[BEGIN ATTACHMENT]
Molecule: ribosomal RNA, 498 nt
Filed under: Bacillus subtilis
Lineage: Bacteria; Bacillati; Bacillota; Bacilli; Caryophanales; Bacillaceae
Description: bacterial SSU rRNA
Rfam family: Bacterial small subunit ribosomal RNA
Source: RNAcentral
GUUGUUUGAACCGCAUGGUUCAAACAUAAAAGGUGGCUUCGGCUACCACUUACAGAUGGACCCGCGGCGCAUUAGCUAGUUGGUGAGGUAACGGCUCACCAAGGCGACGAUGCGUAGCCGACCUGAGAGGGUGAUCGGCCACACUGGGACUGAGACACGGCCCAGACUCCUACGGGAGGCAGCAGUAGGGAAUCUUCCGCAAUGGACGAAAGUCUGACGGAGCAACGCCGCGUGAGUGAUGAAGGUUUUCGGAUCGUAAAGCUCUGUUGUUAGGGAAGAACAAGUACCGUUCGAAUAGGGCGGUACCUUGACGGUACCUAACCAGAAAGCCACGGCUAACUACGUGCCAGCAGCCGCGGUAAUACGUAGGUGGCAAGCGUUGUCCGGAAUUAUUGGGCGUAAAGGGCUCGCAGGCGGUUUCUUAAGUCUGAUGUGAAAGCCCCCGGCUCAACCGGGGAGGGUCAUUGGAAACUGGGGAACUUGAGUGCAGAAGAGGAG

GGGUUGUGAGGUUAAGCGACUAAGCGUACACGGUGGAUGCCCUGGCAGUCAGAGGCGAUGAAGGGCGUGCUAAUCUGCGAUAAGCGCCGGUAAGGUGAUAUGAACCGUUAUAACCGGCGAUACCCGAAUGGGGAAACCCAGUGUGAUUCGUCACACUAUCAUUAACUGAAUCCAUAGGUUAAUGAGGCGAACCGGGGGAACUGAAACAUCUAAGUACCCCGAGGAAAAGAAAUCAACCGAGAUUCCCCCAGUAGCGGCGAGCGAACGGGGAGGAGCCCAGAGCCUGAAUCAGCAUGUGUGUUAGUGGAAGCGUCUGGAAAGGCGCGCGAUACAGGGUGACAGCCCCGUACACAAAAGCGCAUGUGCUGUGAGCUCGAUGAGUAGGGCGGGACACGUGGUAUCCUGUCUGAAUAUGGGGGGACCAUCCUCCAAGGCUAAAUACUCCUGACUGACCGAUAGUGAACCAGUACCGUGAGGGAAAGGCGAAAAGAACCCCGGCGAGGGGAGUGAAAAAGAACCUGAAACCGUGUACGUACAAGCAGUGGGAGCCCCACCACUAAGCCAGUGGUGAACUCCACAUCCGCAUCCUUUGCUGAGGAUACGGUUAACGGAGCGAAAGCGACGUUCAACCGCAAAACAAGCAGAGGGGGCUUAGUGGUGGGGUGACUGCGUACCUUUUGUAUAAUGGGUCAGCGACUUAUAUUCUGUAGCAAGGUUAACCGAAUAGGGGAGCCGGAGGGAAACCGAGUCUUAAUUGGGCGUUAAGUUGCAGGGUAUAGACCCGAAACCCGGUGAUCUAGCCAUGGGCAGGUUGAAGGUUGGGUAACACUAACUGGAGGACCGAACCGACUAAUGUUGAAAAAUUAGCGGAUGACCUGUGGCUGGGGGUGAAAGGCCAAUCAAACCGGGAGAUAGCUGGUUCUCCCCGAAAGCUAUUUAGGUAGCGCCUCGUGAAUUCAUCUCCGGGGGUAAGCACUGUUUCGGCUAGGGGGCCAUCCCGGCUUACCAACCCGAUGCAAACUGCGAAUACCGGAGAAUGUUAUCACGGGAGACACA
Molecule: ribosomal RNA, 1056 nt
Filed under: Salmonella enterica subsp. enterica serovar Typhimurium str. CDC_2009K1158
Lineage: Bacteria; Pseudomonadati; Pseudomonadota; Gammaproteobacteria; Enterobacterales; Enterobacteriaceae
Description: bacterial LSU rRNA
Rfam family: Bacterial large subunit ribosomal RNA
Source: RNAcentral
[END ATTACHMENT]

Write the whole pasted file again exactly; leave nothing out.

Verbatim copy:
Molecule: ribosomal RNA, 498 nt
Filed under: Bacillus subtilis
Lineage: Bacteria; Bacillati; Bacillota; Bacilli; Caryophanales; Bacillaceae
Description: bacterial SSU rRNA
Rfam family: Bacterial small subunit ribosomal RNA
Source: RNAcentral
GUUGUUUGAACCGCAUGGUUCAAACAUAAAAGGUGGCUUCGGCUACCACUUACAGAUGGACCCGCGGCGCAUUAGCUAGUUGGUGAGGUAACGGCUCACCAAGGCGACGAUGCGUAGCCGACCUGAGAGGGUGAUCGGCCACACUGGGACUGAGACACGGCCCAGACUCCUACGGGAGGCAGCAGUAGGGAAUCUUCCGCAAUGGACGAAAGUCUGACGGAGCAACGCCGCGUGAGUGAUGAAGGUUUUCGGAUCGUAAAGCUCUGUUGUUAGGGAAGAACAAGUACCGUUCGAAUAGGGCGGUACCUUGACGGUACCUAACCAGAAAGCCACGGCUAACUACGUGCCAGCAGCCGCGGUAAUACGUAGGUGGCAAGCGUUGUCCGGAAUUAUUGGGCGUAAAGGGCUCGCAGGCGGUUUCUUAAGUCUGAUGUGAAAGCCCCCGGCUCAACCGGGGAGGGUCAUUGGAAACUGGGGAACUUGAGUGCAGAAGAGGAG

GGGUUGUGAGGUUAAGCGACUAAGCGUACACGGUGGAUGCCCUGGCAGUCAGAGGCGAUGAAGGGCGUGCUAAUCUGCGAUAAGCGCCGGUAAGGUGAUAUGAACCGUUAUAACCGGCGAUACCCGAAUGGGGAAACCCAGUGUGAUUCGUCACACUAUCAUUAACUGAAUCCAUAGGUUAAUGAGGCGAACCGGGGGAACUGAAACAUCUAAGUACCCCGAGGAAAAGAAAUCAACCGAGAUUCCCCCAGUAGCGGCGAGCGAACGGGGAGGAGCCCAGAGCCUGAAUCAGCAUGUGUGUUAGUGGAAGCGUCUGGAAAGGCGCGCGAUACAGGGUGACAGCCCCGUACACAAAAGCGCAUGUGCUGUGAGCUCGAUGAGUAGGGCGGGACACGUGGUAUCCUGUCUGAAUAUGGGGGGACCAUCCUCCAAGGCUAAAUACUCCUGACUGACCGAUAGUGAACCAGUACCGUGAGGGAAAGGCGAAAAGAACCCCGGCGAGGGGAGUGAAAAAGAACCUGAAACCGUGUACGUACAAGCAGUGGGAGCCCCACCACUAAGCCAGUGGUGAACUCCACAUCCGCAUCCUUUGCUGAGGAUACGGUUAACGGAGCGAAAGCGACGUUCAACCGCAAAACAAGCAGAGGGGGCUUAGUGGUGGGGUGACUGCGUACCUUUUGUAUAAUGGGUCAGCGACUUAUAUUCUGUAGCAAGGUUAACCGAAUAGGGGAGCCGGAGGGAAACCGAGUCUUAAUUGGGCGUUAAGUUGCAGGGUAUAGACCCGAAACCCGGUGAUCUAGCCAUGGGCAGGUUGAAGGUUGGGUAACACUAACUGGAGGACCGAACCGACUAAUGUUGAAAAAUUAGCGGAUGACCUGUGGCUGGGGGUGAAAGGCCAAUCAAACCGGGAGAUAGCUGGUUCUCCCCGAAAGCUAUUUAGGUAGCGCCUCGUGAAUUCAUCUCCGGGGGUAAGCACUGUUUCGGCUAGGGGGCCAUCCCGGCUUACCAACCCGAUGCAAACUGCGAAUACCGGAGAAUGUUAUCACGGGAGACACA
Molecule: ribosomal RNA, 1056 nt
Filed under: Salmonella enterica subsp. enterica serovar Typhimurium str. CDC_2009K1158
Lineage: Bacteria; Pseudomonadati; Pseudomonadota; Gammaproteobacteria; Enterobacterales; Enterobacteriaceae
Description: bacterial LSU rRNA
Rfam family: Bacterial large subunit ribosomal RNA
Source: RNAcentral